9. Heys JJ, Barocas VH (2002) A boussinesq model of natural convection in the human eye and the formation of Krukenberg’s spindle. Ann Biomed Eng 30:392–401CrossRefGoogle Scholar
  10. Ismail Z, Fitt AD, Please CP (2013) A fluid mechanical explanation of the spontaneous reattachment of a previously detached descemet membrane. Math Med Biol 30:339–355MathSciNetCrossRefGoogle Scholar
  11. Jonker SMR, Berendschot TTJM, Ronden AE, Saelens IEY, Nuijts NJCBRMMA (2018) Long-term endothelial cell loss in patients with artisan myopia and artisan toric phakic intraocular lenses: 5- and 10-year results. Ophthalmology 125:486–494CrossRefGoogle Scholar
  12. Kapnisis K, Doormaal MV, Ethier CR (2009) Modeling aqueous humor collection from the human eye. J Biomech 42:2454–2457CrossRefGoogle Scholar
  13. Kawamorita T, Uozato H, Shimizu K (2012) Fluid dynamics simulation of aqueous humour in a posterior chamber phakic intraocular lens with a central perforation. Graefes Arch Clin Exp Ophthalmol 250:935–939CrossRefGoogle Scholar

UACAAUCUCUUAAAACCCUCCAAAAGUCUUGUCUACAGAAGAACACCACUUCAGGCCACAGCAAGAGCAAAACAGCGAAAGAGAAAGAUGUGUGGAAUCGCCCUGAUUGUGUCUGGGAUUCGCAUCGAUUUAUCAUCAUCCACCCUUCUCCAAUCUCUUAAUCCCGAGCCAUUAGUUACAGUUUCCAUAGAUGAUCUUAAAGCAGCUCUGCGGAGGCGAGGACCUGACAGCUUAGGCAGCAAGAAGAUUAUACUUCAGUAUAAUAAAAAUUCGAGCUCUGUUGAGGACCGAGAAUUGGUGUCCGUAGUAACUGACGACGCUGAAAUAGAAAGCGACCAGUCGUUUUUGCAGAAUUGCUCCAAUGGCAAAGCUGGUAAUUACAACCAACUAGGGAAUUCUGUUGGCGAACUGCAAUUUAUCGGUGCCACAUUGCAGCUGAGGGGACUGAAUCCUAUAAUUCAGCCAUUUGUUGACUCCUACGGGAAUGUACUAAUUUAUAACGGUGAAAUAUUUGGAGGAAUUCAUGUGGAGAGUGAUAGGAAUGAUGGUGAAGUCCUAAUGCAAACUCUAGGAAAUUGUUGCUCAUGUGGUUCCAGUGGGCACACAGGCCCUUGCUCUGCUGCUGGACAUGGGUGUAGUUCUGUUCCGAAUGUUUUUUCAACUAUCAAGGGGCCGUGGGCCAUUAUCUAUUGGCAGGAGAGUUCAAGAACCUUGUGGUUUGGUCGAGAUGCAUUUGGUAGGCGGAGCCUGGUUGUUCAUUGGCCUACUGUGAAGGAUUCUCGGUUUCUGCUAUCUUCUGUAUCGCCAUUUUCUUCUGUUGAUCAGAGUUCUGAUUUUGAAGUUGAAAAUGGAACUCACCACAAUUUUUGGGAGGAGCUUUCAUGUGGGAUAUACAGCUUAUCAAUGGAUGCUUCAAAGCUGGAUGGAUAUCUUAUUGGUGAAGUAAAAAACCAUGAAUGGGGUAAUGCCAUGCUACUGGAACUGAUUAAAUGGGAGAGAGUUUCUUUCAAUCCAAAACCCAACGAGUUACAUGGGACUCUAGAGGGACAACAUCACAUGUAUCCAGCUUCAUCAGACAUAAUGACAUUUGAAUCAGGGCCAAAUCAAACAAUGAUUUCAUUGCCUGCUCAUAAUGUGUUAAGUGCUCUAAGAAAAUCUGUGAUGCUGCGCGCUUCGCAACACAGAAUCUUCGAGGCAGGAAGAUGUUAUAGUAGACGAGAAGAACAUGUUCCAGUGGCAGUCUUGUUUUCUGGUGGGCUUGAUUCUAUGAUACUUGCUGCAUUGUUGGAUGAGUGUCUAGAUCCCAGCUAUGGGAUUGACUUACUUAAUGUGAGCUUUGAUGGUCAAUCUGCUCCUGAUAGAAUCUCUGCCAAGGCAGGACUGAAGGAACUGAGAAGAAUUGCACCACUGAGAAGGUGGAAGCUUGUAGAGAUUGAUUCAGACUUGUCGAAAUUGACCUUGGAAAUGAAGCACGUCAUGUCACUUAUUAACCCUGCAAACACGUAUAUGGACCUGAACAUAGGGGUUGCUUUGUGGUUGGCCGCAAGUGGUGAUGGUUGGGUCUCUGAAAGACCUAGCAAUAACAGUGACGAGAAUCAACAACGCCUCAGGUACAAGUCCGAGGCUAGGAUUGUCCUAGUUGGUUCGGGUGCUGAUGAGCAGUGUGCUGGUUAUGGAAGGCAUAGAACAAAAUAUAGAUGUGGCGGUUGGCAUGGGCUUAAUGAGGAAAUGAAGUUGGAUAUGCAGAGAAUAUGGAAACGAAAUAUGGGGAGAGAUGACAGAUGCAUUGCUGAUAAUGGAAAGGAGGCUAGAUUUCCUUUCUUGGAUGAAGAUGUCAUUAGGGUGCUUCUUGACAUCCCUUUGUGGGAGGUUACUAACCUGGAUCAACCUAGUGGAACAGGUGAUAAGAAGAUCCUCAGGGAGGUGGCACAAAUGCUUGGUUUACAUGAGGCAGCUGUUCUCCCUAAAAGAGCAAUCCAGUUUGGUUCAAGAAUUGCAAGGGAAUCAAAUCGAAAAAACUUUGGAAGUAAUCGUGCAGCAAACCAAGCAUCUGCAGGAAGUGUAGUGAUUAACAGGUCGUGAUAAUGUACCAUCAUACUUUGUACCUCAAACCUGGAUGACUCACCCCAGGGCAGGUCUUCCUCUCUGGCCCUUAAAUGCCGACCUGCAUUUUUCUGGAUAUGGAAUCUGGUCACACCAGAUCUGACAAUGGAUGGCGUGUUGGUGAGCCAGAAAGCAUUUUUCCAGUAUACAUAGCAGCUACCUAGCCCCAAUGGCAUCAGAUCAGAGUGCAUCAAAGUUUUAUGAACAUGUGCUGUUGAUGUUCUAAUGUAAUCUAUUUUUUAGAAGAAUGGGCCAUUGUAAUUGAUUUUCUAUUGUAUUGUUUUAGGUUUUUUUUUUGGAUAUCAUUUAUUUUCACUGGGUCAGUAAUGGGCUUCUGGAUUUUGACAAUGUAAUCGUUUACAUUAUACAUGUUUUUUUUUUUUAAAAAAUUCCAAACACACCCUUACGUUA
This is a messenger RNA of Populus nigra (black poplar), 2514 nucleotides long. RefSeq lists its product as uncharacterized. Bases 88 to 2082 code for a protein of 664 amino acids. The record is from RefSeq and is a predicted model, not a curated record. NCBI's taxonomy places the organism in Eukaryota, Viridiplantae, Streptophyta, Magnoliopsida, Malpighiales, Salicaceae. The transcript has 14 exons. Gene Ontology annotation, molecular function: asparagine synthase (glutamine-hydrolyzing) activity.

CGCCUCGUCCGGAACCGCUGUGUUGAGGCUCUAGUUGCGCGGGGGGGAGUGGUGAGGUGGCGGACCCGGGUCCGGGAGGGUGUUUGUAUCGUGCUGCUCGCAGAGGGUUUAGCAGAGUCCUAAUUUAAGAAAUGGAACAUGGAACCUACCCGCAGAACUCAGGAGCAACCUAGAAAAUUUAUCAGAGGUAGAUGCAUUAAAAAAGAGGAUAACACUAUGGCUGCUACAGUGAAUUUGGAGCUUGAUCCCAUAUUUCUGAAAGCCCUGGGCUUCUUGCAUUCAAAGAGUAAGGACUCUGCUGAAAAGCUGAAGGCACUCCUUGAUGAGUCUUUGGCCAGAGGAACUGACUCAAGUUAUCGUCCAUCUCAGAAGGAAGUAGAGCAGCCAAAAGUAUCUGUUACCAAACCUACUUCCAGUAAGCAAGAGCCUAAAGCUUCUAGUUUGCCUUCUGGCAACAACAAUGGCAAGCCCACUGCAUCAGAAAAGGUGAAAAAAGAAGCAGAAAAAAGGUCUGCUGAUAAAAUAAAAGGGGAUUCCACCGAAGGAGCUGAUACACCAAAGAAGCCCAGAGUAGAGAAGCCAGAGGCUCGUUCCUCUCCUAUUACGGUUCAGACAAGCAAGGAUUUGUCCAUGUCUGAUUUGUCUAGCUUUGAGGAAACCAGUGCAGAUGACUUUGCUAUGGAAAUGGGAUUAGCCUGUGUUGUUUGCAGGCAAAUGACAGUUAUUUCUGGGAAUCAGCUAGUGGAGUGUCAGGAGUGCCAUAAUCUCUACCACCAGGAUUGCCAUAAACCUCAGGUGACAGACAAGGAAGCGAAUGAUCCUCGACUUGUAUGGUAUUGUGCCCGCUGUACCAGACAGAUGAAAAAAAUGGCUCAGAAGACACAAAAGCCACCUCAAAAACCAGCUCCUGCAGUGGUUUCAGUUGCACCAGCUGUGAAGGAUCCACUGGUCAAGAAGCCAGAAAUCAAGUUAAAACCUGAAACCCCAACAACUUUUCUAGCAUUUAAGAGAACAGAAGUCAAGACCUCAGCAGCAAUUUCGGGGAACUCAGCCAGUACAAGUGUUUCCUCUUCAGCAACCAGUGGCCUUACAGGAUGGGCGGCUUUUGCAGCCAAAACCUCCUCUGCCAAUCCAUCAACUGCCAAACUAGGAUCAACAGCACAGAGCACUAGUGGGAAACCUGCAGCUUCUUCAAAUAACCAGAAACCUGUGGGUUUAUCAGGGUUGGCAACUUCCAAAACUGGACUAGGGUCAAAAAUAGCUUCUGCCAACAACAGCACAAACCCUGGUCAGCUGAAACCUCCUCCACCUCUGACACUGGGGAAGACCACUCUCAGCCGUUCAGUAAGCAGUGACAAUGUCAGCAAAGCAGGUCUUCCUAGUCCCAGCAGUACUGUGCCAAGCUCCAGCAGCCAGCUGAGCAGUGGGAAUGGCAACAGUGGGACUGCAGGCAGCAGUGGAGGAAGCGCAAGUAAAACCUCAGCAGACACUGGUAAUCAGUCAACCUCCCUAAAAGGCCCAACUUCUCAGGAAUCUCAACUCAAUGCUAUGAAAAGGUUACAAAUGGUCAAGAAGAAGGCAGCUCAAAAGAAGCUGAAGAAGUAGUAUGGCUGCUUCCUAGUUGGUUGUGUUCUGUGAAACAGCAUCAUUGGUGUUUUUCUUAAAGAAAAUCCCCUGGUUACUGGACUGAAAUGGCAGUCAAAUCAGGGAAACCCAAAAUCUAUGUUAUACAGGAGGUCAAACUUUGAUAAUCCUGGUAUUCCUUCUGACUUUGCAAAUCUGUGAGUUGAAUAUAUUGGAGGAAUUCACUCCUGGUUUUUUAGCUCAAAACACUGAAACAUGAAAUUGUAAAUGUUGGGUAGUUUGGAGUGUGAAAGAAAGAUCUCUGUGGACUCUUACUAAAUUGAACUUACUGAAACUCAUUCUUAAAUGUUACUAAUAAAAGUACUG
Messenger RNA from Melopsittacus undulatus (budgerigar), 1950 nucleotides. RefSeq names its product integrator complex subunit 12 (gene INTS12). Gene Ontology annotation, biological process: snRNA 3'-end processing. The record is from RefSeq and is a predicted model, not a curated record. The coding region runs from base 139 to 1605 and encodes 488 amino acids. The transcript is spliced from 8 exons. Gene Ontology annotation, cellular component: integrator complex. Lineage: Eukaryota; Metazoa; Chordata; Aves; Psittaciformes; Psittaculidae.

14. Khongar PD, Pralits JO, Soleri P, Repetto R (2017) Aqueous flow in the presence of a perforated iris-fixated intraocular lens. Meccanica 52:577–586MathSciNetCrossRefGoogle Scholar
  15. Khongar PD, Pralits JO, Cheng X, Pinsky P, Soleri P, Repetto R (2018) Effect of an iris-fixated intraocular lens on corneal metabolism: a numerical study. J Model Ophthalmol 2:97–101Google Scholar
  16. Kohnen T, Koo D, Morral M, Guell JL (2010) Phakic intraocular lenses part 2: results and complications. J Cataract Refract Surg 36:1976–1993CrossRefGoogle Scholar
  17. Larrea X, de Courten C, Feingold V, Burger J, Buchler P (2007) Oxygen and glucose distribution after intracorneal lens implantation. Optom Vis Sci 84:1074–1081CrossRefGoogle Scholar
  18. Oyaas J, Storro I, Svendsen H, Levine DW (1995) The effective diffusion coefficient and the distribution constant for small molecules in calcium–alginate gel beads. Biotechnol Bioeng 47:492–500CrossRefGoogle Scholar